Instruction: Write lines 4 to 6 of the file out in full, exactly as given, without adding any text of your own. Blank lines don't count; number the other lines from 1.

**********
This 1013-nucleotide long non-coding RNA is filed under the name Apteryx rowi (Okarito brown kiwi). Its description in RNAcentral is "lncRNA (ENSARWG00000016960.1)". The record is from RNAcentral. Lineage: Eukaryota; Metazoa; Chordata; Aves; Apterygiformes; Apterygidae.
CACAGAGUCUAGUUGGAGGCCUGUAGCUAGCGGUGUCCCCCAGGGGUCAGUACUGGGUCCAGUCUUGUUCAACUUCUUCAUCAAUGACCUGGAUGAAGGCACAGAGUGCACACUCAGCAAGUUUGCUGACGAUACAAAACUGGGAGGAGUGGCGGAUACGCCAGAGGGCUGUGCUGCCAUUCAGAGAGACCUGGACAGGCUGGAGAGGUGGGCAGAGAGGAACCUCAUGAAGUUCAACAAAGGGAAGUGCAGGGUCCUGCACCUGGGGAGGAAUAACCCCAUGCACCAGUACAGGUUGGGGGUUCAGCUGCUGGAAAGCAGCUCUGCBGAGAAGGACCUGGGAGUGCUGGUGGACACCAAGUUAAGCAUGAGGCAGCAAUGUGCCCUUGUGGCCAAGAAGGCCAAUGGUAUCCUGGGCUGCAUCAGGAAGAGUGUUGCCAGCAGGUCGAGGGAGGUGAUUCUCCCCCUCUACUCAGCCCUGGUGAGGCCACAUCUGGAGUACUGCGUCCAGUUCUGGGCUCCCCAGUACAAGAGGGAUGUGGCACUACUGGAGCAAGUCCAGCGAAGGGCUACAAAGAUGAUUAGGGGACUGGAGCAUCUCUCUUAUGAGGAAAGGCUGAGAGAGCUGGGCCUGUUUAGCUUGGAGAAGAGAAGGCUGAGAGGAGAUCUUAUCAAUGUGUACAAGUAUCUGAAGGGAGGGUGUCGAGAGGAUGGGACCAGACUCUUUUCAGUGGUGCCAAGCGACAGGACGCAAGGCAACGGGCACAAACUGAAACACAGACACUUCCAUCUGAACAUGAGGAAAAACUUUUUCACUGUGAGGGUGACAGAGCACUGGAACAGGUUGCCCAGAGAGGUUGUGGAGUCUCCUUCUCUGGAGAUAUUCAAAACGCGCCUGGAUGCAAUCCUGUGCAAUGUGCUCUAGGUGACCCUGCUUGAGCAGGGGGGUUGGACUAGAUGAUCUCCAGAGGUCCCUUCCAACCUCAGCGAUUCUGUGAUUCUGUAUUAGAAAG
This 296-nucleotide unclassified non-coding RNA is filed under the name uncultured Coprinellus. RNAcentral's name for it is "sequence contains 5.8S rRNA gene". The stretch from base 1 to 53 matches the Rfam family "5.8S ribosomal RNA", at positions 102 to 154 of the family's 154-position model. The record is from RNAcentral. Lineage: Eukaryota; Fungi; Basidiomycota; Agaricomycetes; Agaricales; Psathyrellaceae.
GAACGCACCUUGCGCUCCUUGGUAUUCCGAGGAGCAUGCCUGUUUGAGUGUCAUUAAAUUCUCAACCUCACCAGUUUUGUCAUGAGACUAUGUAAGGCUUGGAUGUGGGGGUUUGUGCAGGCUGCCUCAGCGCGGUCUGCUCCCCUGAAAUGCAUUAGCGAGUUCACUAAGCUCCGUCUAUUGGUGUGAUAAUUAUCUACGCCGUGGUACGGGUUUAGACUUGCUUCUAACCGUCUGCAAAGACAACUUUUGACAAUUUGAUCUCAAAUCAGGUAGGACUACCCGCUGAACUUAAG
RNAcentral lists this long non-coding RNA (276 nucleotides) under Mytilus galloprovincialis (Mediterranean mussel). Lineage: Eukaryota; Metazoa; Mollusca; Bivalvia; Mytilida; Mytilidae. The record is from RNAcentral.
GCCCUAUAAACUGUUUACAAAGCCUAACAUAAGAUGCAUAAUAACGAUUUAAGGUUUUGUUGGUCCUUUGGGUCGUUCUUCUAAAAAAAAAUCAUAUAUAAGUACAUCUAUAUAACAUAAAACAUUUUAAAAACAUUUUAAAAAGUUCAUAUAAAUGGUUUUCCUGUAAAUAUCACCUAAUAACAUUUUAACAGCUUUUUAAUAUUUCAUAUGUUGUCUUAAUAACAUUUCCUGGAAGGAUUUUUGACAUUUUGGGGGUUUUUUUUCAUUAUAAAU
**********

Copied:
GAACGCACCUUGCGCUCCUUGGUAUUCCGAGGAGCAUGCCUGUUUGAGUGUCAUUAAAUUCUCAACCUCACCAGUUUUGUCAUGAGACUAUGUAAGGCUUGGAUGUGGGGGUUUGUGCAGGCUGCCUCAGCGCGGUCUGCUCCCCUGAAAUGCAUUAGCGAGUUCACUAAGCUCCGUCUAUUGGUGUGAUAAUUAUCUACGCCGUGGUACGGGUUUAGACUUGCUUCUAACCGUCUGCAAAGACAACUUUUGACAAUUUGAUCUCAAAUCAGGUAGGACUACCCGCUGAACUUAAG
RNAcentral lists this long non-coding RNA (276 nucleotides) under Mytilus galloprovincialis (Mediterranean mussel). Lineage: Eukaryota; Metazoa; Mollusca; Bivalvia; Mytilida; Mytilidae. The record is from RNAcentral.
GCCCUAUAAACUGUUUACAAAGCCUAACAUAAGAUGCAUAAUAACGAUUUAAGGUUUUGUUGGUCCUUUGGGUCGUUCUUCUAAAAAAAAAUCAUAUAUAAGUACAUCUAUAUAACAUAAAACAUUUUAAAAACAUUUUAAAAAGUUCAUAUAAAUGGUUUUCCUGUAAAUAUCACCUAAUAACAUUUUAACAGCUUUUUAAUAUUUCAUAUGUUGUCUUAAUAACAUUUCCUGGAAGGAUUUUUGACAUUUUGGGGGUUUUUUUUCAUUAUAAAU